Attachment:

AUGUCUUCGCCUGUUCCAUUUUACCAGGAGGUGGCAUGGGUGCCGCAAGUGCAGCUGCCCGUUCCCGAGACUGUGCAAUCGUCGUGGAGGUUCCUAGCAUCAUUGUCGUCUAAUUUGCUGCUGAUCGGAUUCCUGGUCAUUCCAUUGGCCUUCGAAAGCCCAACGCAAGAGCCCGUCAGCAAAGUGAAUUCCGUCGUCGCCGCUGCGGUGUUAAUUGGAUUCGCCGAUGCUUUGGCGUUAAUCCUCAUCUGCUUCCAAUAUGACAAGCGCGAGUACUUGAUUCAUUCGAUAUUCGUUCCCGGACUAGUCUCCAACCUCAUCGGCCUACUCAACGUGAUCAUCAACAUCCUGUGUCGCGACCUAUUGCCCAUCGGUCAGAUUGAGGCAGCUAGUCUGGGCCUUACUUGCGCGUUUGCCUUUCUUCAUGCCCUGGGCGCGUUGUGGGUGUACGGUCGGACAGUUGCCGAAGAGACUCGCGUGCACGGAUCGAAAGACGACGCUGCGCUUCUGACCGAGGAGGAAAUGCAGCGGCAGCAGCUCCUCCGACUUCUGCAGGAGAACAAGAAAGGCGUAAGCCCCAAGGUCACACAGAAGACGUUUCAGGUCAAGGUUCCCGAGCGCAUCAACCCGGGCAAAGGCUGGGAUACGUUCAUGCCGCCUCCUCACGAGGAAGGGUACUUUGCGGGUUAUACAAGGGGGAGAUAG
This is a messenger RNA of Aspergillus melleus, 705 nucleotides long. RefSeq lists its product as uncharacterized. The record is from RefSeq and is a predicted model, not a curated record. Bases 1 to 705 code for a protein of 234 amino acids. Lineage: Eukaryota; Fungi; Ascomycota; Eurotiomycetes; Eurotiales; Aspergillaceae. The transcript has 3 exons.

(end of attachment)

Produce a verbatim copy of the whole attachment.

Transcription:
AUGUCUUCGCCUGUUCCAUUUUACCAGGAGGUGGCAUGGGUGCCGCAAGUGCAGCUGCCCGUUCCCGAGACUGUGCAAUCGUCGUGGAGGUUCCUAGCAUCAUUGUCGUCUAAUUUGCUGCUGAUCGGAUUCCUGGUCAUUCCAUUGGCCUUCGAAAGCCCAACGCAAGAGCCCGUCAGCAAAGUGAAUUCCGUCGUCGCCGCUGCGGUGUUAAUUGGAUUCGCCGAUGCUUUGGCGUUAAUCCUCAUCUGCUUCCAAUAUGACAAGCGCGAGUACUUGAUUCAUUCGAUAUUCGUUCCCGGACUAGUCUCCAACCUCAUCGGCCUACUCAACGUGAUCAUCAACAUCCUGUGUCGCGACCUAUUGCCCAUCGGUCAGAUUGAGGCAGCUAGUCUGGGCCUUACUUGCGCGUUUGCCUUUCUUCAUGCCCUGGGCGCGUUGUGGGUGUACGGUCGGACAGUUGCCGAAGAGACUCGCGUGCACGGAUCGAAAGACGACGCUGCGCUUCUGACCGAGGAGGAAAUGCAGCGGCAGCAGCUCCUCCGACUUCUGCAGGAGAACAAGAAAGGCGUAAGCCCCAAGGUCACACAGAAGACGUUUCAGGUCAAGGUUCCCGAGCGCAUCAACCCGGGCAAAGGCUGGGAUACGUUCAUGCCGCCUCCUCACGAGGAAGGGUACUUUGCGGGUUAUACAAGGGGGAGAUAG
This is a messenger RNA of Aspergillus melleus, 705 nucleotides long. RefSeq lists its product as uncharacterized. The record is from RefSeq and is a predicted model, not a curated record. Bases 1 to 705 code for a protein of 234 amino acids. Lineage: Eukaryota; Fungi; Ascomycota; Eurotiomycetes; Eurotiales; Aspergillaceae. The transcript has 3 exons.